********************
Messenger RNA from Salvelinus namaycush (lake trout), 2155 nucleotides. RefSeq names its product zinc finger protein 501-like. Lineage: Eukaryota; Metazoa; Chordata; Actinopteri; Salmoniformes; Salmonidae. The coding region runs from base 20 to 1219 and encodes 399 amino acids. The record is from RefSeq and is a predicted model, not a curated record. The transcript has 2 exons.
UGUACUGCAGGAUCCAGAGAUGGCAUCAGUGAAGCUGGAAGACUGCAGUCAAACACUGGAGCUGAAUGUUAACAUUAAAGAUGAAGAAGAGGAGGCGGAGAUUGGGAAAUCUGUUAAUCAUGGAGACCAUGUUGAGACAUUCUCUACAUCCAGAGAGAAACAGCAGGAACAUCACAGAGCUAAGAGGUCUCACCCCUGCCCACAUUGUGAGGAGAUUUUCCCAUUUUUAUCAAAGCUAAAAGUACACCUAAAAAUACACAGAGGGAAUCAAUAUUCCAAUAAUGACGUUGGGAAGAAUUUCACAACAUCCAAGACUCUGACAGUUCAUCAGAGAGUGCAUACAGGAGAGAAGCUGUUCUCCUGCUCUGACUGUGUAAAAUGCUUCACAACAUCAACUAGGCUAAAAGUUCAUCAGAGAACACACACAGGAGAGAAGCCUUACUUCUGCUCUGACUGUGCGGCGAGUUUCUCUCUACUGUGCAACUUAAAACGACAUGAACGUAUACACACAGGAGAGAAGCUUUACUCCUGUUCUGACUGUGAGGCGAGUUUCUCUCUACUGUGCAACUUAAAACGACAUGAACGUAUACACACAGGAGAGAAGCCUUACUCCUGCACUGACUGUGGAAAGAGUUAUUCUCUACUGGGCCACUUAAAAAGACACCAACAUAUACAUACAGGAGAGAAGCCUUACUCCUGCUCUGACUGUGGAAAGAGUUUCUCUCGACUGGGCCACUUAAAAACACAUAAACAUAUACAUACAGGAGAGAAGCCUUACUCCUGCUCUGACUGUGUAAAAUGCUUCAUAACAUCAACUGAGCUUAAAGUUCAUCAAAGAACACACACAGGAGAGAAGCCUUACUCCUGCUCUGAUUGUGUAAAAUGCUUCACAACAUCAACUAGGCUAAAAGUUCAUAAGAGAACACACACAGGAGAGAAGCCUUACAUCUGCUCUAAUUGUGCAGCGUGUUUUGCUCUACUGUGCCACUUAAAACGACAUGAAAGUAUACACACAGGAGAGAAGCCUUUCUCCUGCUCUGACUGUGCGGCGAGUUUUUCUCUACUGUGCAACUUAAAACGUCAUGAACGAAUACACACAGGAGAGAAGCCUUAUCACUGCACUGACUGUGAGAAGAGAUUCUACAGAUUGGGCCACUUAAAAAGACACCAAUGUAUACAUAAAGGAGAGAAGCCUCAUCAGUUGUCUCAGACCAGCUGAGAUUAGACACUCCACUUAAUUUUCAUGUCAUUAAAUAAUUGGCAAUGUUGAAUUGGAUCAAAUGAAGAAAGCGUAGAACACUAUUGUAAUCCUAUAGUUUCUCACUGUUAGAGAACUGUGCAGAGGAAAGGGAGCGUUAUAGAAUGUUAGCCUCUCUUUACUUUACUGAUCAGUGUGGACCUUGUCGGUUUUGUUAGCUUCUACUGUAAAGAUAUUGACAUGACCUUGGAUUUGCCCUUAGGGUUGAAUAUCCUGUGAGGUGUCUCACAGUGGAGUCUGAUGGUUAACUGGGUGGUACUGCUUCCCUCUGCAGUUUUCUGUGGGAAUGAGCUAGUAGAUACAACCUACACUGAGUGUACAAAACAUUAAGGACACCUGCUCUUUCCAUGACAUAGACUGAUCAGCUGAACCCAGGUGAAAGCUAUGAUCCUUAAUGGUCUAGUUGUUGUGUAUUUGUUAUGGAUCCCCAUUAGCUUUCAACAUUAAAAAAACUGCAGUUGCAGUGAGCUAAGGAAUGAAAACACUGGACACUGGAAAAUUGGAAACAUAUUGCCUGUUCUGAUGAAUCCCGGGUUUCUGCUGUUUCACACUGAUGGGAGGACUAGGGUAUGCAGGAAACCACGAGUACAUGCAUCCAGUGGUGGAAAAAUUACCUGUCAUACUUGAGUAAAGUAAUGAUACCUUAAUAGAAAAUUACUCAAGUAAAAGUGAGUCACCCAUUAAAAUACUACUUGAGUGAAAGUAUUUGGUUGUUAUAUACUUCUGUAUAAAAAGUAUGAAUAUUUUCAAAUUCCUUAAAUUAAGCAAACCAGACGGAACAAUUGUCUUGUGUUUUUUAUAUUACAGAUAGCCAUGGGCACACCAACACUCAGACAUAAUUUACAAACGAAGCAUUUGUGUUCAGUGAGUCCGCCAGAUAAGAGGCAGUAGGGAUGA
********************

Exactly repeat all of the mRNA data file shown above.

Messenger RNA from Salvelinus namaycush (lake trout), 2155 nucleotides. RefSeq names its product zinc finger protein 501-like. Lineage: Eukaryota; Metazoa; Chordata; Actinopteri; Salmoniformes; Salmonidae. The coding region runs from base 20 to 1219 and encodes 399 amino acids. The record is from RefSeq and is a predicted model, not a curated record. The transcript has 2 exons.
UGUACUGCAGGAUCCAGAGAUGGCAUCAGUGAAGCUGGAAGACUGCAGUCAAACACUGGAGCUGAAUGUUAACAUUAAAGAUGAAGAAGAGGAGGCGGAGAUUGGGAAAUCUGUUAAUCAUGGAGACCAUGUUGAGACAUUCUCUACAUCCAGAGAGAAACAGCAGGAACAUCACAGAGCUAAGAGGUCUCACCCCUGCCCACAUUGUGAGGAGAUUUUCCCAUUUUUAUCAAAGCUAAAAGUACACCUAAAAAUACACAGAGGGAAUCAAUAUUCCAAUAAUGACGUUGGGAAGAAUUUCACAACAUCCAAGACUCUGACAGUUCAUCAGAGAGUGCAUACAGGAGAGAAGCUGUUCUCCUGCUCUGACUGUGUAAAAUGCUUCACAACAUCAACUAGGCUAAAAGUUCAUCAGAGAACACACACAGGAGAGAAGCCUUACUUCUGCUCUGACUGUGCGGCGAGUUUCUCUCUACUGUGCAACUUAAAACGACAUGAACGUAUACACACAGGAGAGAAGCUUUACUCCUGUUCUGACUGUGAGGCGAGUUUCUCUCUACUGUGCAACUUAAAACGACAUGAACGUAUACACACAGGAGAGAAGCCUUACUCCUGCACUGACUGUGGAAAGAGUUAUUCUCUACUGGGCCACUUAAAAAGACACCAACAUAUACAUACAGGAGAGAAGCCUUACUCCUGCUCUGACUGUGGAAAGAGUUUCUCUCGACUGGGCCACUUAAAAACACAUAAACAUAUACAUACAGGAGAGAAGCCUUACUCCUGCUCUGACUGUGUAAAAUGCUUCAUAACAUCAACUGAGCUUAAAGUUCAUCAAAGAACACACACAGGAGAGAAGCCUUACUCCUGCUCUGAUUGUGUAAAAUGCUUCACAACAUCAACUAGGCUAAAAGUUCAUAAGAGAACACACACAGGAGAGAAGCCUUACAUCUGCUCUAAUUGUGCAGCGUGUUUUGCUCUACUGUGCCACUUAAAACGACAUGAAAGUAUACACACAGGAGAGAAGCCUUUCUCCUGCUCUGACUGUGCGGCGAGUUUUUCUCUACUGUGCAACUUAAAACGUCAUGAACGAAUACACACAGGAGAGAAGCCUUAUCACUGCACUGACUGUGAGAAGAGAUUCUACAGAUUGGGCCACUUAAAAAGACACCAAUGUAUACAUAAAGGAGAGAAGCCUCAUCAGUUGUCUCAGACCAGCUGAGAUUAGACACUCCACUUAAUUUUCAUGUCAUUAAAUAAUUGGCAAUGUUGAAUUGGAUCAAAUGAAGAAAGCGUAGAACACUAUUGUAAUCCUAUAGUUUCUCACUGUUAGAGAACUGUGCAGAGGAAAGGGAGCGUUAUAGAAUGUUAGCCUCUCUUUACUUUACUGAUCAGUGUGGACCUUGUCGGUUUUGUUAGCUUCUACUGUAAAGAUAUUGACAUGACCUUGGAUUUGCCCUUAGGGUUGAAUAUCCUGUGAGGUGUCUCACAGUGGAGUCUGAUGGUUAACUGGGUGGUACUGCUUCCCUCUGCAGUUUUCUGUGGGAAUGAGCUAGUAGAUACAACCUACACUGAGUGUACAAAACAUUAAGGACACCUGCUCUUUCCAUGACAUAGACUGAUCAGCUGAACCCAGGUGAAAGCUAUGAUCCUUAAUGGUCUAGUUGUUGUGUAUUUGUUAUGGAUCCCCAUUAGCUUUCAACAUUAAAAAAACUGCAGUUGCAGUGAGCUAAGGAAUGAAAACACUGGACACUGGAAAAUUGGAAACAUAUUGCCUGUUCUGAUGAAUCCCGGGUUUCUGCUGUUUCACACUGAUGGGAGGACUAGGGUAUGCAGGAAACCACGAGUACAUGCAUCCAGUGGUGGAAAAAUUACCUGUCAUACUUGAGUAAAGUAAUGAUACCUUAAUAGAAAAUUACUCAAGUAAAAGUGAGUCACCCAUUAAAAUACUACUUGAGUGAAAGUAUUUGGUUGUUAUAUACUUCUGUAUAAAAAGUAUGAAUAUUUUCAAAUUCCUUAAAUUAAGCAAACCAGACGGAACAAUUGUCUUGUGUUUUUUAUAUUACAGAUAGCCAUGGGCACACCAACACUCAGACAUAAUUUACAAACGAAGCAUUUGUGUUCAGUGAGUCCGCCAGAUAAGAGGCAGUAGGGAUGA